A week or so ago we read the inspirational letter of St. Ignatius of Antioch, written as he approached--with longing--the day of his martyrdom. As you recall, he was the one looking forward to being ground like wheat by the teeth of the lions.
Today, the Office of Readings has another letter of a saint facing death. A much more reluctant saint, who did his best to avoid martyrdom. There's a line in "A Man for All Seasons", which was probably made up by the screenplay's author, Robert Bolt, but which fits well with what we know of St. Thomas More. Early on in the film, as he was discussing the increasing controversy over Henry VIII's marriage to Anne Boleyn, and its implications for men of conscience, he tapped his chest and said something like, "Don't worry. This is not the stuff of which martyrs are made." Thomas More's intent was to use silence, and the support of English legal tradition, to keep himself out of trouble if at all possible.
But that is not what happened. Thomas was drawn, inexorably, reluctantly, down the path that ended in martyrdom.
Do you ever wonder whether you could face martyrdom? Do you ever think--in these days of rapidly expanding threats to Christian faith by our government--that the "what if" discussion might become more than theoretical in the next decade or so? I do.
As a child, inspired by stories of St. Agnes and the other virgin martyrs, I used to ask God for the grace of martyrdom. A decade later, immersed in the joys of marriage and motherhood, I recalled that childish prayer with horror, realizing clearly that I was not the stuff of which martyrs are made. I let God know about this: "By the way, Lord, you know that silly request I made as an ignorant child with no conception of the goodness of this life nor of what pain and death really were? Um... you knew not to take that prayer seriously, right? Ha-ha! No sense in paying any attentions to that clueless little kid! Right, Lord?
So I think that, however much we admired the courage and zeal of Ignatius of Antioch earlier this month, we might find a more realistic patron in the relatively modern St. Thomas More. His letter to his daughter Margaret, written while he had been imprisoned for quite a while, reveals a mind that has wrestled with the possibilities of long term imprisonment, torture, possible martyrdom, or possibly falling prey to fear and submitting to taking the oath of supremacy in order to save his life. In his humility, in his grasp of human nature, he admits that fear might overcome him, just as it did St. Peter on several occasions. But this letter was written after the agonizing was finished. Even though Thomas is still not sure whether he can hold out and bear witness to Christ right until the end, he has reached a place of complete trust and abandonment to God's will. It's a remarkable letter:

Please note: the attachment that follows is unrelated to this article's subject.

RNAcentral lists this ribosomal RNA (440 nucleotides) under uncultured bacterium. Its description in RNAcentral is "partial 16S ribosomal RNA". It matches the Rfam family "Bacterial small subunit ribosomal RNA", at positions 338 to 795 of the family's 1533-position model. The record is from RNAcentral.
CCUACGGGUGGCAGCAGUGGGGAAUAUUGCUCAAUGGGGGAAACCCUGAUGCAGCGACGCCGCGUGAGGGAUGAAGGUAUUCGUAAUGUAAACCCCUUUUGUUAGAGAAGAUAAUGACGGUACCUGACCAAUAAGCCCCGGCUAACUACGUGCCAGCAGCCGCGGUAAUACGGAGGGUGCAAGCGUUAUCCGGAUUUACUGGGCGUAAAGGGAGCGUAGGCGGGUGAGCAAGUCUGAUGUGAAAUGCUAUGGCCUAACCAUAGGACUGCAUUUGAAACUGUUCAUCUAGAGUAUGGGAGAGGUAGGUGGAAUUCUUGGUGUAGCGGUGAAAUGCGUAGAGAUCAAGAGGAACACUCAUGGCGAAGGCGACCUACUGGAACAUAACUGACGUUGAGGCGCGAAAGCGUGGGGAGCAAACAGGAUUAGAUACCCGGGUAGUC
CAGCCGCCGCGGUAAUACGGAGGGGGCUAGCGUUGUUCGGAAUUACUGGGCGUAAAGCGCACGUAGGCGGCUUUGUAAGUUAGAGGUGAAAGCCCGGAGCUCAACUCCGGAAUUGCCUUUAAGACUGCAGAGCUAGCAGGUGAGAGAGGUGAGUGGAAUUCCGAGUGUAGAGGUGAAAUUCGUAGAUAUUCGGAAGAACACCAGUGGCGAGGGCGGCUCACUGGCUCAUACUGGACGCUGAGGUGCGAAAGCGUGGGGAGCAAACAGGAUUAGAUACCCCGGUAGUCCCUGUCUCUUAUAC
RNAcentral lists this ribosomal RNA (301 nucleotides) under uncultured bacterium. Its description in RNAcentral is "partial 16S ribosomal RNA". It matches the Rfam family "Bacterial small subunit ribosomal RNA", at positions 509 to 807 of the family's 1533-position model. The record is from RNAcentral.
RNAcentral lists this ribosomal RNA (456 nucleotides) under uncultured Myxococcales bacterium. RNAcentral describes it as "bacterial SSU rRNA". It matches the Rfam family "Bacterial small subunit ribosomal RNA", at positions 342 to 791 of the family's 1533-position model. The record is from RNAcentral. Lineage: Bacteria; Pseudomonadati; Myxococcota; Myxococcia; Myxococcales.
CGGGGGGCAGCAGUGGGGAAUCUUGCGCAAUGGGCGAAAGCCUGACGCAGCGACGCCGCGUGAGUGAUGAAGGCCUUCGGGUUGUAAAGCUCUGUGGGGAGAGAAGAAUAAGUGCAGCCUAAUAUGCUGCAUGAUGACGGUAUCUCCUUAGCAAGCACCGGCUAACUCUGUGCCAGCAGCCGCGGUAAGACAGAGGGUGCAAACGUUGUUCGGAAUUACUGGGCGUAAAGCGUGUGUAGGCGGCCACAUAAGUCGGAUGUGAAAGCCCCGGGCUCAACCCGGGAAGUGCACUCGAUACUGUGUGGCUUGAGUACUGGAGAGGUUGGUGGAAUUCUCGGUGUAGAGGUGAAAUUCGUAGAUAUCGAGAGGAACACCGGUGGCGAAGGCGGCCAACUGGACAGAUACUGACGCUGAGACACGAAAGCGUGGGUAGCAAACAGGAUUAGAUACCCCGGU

I will not mistrust him, Meg, though I shall feel myself weakening and on the verge of being overcome with fear. I shall remember how Saint Peter at a blast of wind began to sink because of his lack of faith, and I shall do as he did: call upon Christ and pray to him for help. And then I trust he shall place his holy hand on me and in the stormy seas hold me up from drowning.
And if he permits me to play Saint Peter further and to fall to the ground and to swear and forswear, may God our Lord in his tender mercy keep me from this, and let me lose if it so happen, and never win thereby! Still, if this should happen, afterward I trust that in his goodness he will look on me with pity as he did upon Saint Peter, and make me stand up again and confess the truth of my conscience afresh and endure here the shame and harm of my own fault.
And finally, Margaret, I know this well: that without my fault he will not let me be lost. I shall, therefore, with good hope commit myself wholly to him. And if he permits me to perish for my faults, then I shall serve as praise for his justice. But in good faith, Meg, I trust that his tender pity shall keep my poor soul safe and make me commend his mercy.
And, therefore, my own good daughter, do not let your mind be troubled over anything that shall happen to me in this world. Nothing can come but what God wills. And I am very sure that whatever that be, however bad it may seem, it shall indeed be the best.
(Read the rest of it in today's Office of Readings)
St. Thomas More is such a fitting patron for the Fortnight for Freedom being observed in the United States these next two weeks, starting today. Please ask St. Thomas to intercede for us as we face whatever challenges lie ahead. And go to the US Bishops Website to find ideas for observing the Fortnight for Freedom. It's not too late to get your pastor to do a bulletin insert (offer to be the one who stuff the bulletins if that is an obstacle), or to get permission to gather a few friends for a couple of holy hours/rosary recitations/whatever.
Our parish did tons of stuff last year: speakers, literature tables, bulletin inserts, special sermons. This year we're going to be more low key, but on July 3rd we will have public recitation of all 5 liturgical hours, and our pastor is giving a short reflection related to religious freedom at each one.
Anything going on at your church?